Fundamentally, the Sino-Soviet alliance transformed the balance of power in East Asia. That transformation made possible the Korean War Korean War (1950-1953) , which broke out some four months later. The impetus for the North Korean attack on South Korea came from Kim Il Sung Kim Il Sung , North Korea’s leader. Stalin, assuming the success of the operation, gave his consent subject to Mao’s willingness to go along. Mao had some reservations about the timing of the attack but agreed to have China serve as a supply zone for the operation. Mao could not have known when the war began on June 25 that Chinese involvement would go well beyond supply operations. The success of the American campaign in the fall of 1950 brought American troops close to the Yalu River, the border between China and North Korea, threatening to destroy Kim Il Sung’s regime. Stalin pressured Mao to intervene, which he did on October 19,1950. Chinese intervention turned back the American advance. By the spring of 1951, the battle lines had hardened roughly along the original North Korean-South Korean demarcation zones, where they remained until the truce agreement in July, 1953, ended the fighting. China had won a dramatic victory but at a terrible price: some 900,000 killed or wounded. Though there were disagreements between the communist allies on the strategy and financing of the Korean War, the net impact of the war was to cement the Sino-Soviet alliance. Their successful assault on American troops gave the Chinese prestige in their efforts to prove themselves worthy of a leadership role in the world communist movement.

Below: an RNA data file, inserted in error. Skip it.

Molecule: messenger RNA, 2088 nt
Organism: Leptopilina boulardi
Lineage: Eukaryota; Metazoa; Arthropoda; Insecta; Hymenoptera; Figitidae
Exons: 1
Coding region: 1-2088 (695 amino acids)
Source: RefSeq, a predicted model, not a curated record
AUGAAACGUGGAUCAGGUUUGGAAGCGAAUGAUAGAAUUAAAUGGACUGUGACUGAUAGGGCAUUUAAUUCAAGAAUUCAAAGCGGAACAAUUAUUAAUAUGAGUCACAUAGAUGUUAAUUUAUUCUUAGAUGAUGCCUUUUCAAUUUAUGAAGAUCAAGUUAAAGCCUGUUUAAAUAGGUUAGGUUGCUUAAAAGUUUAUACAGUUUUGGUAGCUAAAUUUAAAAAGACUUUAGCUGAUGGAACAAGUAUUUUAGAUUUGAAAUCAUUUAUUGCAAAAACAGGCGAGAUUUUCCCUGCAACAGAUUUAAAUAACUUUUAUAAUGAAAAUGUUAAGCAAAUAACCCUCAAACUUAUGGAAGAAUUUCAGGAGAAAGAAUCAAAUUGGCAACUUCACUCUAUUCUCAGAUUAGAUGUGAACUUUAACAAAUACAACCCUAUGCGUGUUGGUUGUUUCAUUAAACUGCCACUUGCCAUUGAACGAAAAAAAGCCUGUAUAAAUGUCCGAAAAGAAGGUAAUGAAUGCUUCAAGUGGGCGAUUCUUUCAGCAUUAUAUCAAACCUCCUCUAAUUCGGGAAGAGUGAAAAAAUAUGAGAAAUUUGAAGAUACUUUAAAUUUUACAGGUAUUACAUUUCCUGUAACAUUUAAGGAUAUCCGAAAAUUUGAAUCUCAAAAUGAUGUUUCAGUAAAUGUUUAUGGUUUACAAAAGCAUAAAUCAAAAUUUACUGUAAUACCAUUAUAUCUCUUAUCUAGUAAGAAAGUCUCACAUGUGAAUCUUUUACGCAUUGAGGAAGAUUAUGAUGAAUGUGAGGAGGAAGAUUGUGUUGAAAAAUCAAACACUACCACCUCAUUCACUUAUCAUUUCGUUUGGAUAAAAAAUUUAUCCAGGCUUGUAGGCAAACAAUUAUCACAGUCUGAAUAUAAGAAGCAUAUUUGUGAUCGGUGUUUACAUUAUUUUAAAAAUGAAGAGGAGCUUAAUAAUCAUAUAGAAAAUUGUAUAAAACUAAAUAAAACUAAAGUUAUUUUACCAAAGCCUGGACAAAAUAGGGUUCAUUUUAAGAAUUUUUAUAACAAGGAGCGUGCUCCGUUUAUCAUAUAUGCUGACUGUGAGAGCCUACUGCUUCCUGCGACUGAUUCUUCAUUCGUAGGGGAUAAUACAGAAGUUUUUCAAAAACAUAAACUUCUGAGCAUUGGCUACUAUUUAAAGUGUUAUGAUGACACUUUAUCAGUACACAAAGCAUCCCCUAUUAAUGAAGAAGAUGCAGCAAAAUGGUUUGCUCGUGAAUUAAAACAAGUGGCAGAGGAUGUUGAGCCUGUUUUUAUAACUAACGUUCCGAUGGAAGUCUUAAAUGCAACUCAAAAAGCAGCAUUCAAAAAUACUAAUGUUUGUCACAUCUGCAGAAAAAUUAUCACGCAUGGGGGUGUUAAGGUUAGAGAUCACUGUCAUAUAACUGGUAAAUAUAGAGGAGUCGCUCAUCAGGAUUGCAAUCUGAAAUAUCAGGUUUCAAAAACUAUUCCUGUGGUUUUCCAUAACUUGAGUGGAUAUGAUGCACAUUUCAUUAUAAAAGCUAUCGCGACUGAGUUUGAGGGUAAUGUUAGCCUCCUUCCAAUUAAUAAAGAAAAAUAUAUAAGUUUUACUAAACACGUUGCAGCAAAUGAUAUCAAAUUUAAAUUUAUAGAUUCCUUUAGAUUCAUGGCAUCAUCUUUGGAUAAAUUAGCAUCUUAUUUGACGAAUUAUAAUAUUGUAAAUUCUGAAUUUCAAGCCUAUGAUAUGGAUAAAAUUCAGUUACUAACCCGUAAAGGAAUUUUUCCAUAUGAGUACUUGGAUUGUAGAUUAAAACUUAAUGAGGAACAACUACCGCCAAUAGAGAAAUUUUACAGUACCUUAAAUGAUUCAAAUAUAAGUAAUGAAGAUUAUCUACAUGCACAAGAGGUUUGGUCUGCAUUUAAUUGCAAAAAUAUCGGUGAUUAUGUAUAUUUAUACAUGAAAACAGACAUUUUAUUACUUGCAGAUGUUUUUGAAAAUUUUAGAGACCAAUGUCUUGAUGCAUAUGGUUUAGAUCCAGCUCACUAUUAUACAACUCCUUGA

The Sino-Soviet alliance remained strong until the end of the 1950’s. Nikita S. Khrushchev, Stalin’s successor, even expanded upon the benefits given to the Chinese by his predecessor. His first foreign trip, in September-October, 1954, was to Beijing. He was the first party leader to visit Mao, a fact of enormous symbolic significance to the Chinese. Khrushchev agreed to turn over to China the Lushan naval base and Soviet shares in joint companies in Manchuria and Xin Jiang. Economic cooperation between the two countries reached new levels. Reversing its policy under Stalin, the Kremlin provided state-of-the-art technology to the Chinese. There was also a dramatic increase in the number of Soviet experts and advisors sent to China. With some reluctance, the Soviet Union in October, 1957, promised to supply China with a prototype nuclear weapon. That commitment was later withdrawn.

Problems in the relationship developed in the late 1950’s. Moscow became apprehensive about the radical character of Mao’s domestic program and his aggressiveness in foreign policy. Khrushchev’s policy of “peaceful coexistence” conflicted with China’s willingness to confront the United States over Taiwan. As evidence mounted that China’s nuclear program was designed to build an atomic bomb rather than for energy, the Kremlin in 1959 terminated nuclear assistance. From 1957 through 1959, distinct but muted criticisms of the other side were made in Moscow and Beijing. By 1959, Khrushchev and Mao each came to view the other as a threat to his own ambitions. Up to that time, the existence of a rupture in communist relations was unknown in the West. That changed on April 16, 1960, with the publication in China of an article “Long Live Leninism.” "Long Live Leninism" (government publication)[Long Live Leninism] The split in the alliance was openly acknowledged. A new stage in the Cold War had developed, and with it Chinese and Soviet relations with the West changed as well.

Significance